The Healing Elements of Cryotherapy ~ I'll never get tired of hearing 'Oh shit, that's cold'.
This is treatment to the tissues with ice or cold substances as opposed to thermal therapy which is treatment with heat (I'll touch upon that in the next article). Depending on the objectives, one or both therapies can be used in almost any situation because they are so therapeutically useful. The degree and benefit derived from use of cryotherapy is often dictated by the frequency, intensity and duration of treatment(s).
Typically, cryotherapy treatments are applied between 10 and 30 minutes at a time. For recent, acute inflammations, ice application or massage may be required every two to four hours and later, twice a day, bearing in mind that the inflammation process lasts for about 24-72 hours. The sooner that cryotherapy is applied to an acute injury, the better.
Cryotherapy can reduce the acute inflammatory response, cause a decrease in local circulation, increase blood viscosity and reduce swelling. This can also reduce muscle spasm and increase the pain threshold for uncomfortable, deep friction massage techniques. All these benefits allow the therapist to get into the muscle, work it, reeducate the fibers and clear out the 'junk' so the muscles smoothly glide past one another and function properly on their own and with each other.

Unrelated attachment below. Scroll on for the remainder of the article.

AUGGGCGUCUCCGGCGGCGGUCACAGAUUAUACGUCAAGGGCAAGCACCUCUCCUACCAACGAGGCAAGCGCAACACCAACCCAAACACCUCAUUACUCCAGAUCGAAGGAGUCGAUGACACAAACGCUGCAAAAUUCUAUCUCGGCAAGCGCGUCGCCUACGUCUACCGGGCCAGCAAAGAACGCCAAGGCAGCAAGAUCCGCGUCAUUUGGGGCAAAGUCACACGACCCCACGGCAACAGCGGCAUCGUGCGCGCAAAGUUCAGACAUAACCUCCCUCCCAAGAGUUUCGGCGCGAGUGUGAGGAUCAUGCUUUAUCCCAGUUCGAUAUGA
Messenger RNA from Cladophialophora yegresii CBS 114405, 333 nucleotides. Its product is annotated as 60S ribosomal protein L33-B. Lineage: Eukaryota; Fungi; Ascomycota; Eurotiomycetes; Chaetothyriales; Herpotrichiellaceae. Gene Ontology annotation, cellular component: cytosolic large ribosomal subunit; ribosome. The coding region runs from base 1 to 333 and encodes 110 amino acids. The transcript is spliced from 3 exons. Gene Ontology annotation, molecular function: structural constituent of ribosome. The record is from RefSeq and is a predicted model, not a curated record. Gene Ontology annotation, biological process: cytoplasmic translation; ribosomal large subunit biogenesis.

Equipment to use could be as simple as a bag of frozen peas. The chemical cold packs work well but there's nothing like a pure piece of ice to rub all over that tormented injury site. If you choose to go with the plain ice, rub it over the affected area without adding too much pressure. Do this until the area is numb and make sure that you do not cause tissue death from excessive freezing to your hands or the affected area. Trust me, this doesn't feel good. I did it to my thumb once and it was swollen and I couldn't feel it for a week. This takes finesse and/or a barrier between your hands and the ice, people. Another technique for those who get weak in the knees during cryotherapy treatments is to place a damp towel between the affected area and the bag of ice and let it sit between 10 to 30 minutes, depending upon depth of injury. The dampness of the towel allows the cold to transfer to the body easier than a dry towel.
These cold plunges are gaining popularity with elite athletes. After arduous training sessions, a short soak can reduce the severity of minor muscle injuries and the inevitable aches and pains. I highly recommend the ice plunge for anyone who's really working their legs. The legs house the largest muscle group in the body. Besides the feet, I think most problems originate, in some form or another, from weakness or injury in the legs. Help your recovery time and better your performance 10 fold with a quick dip in an ice bath, preferably the one here at Crossfit Providence so I can monitor the bath for it's correct therapeutic temperature. We've even got the rubber ducky to keep you company!
Remember that cryotherapy works best for acute, sub-acute injuries and early rehab. If you've tweaked something during a workout in Crossfit, don't wait to drive all the way home, come see me ASAP. We can work together to resolve your issues and make you a stronger, faster, more mobile and healthier athlete.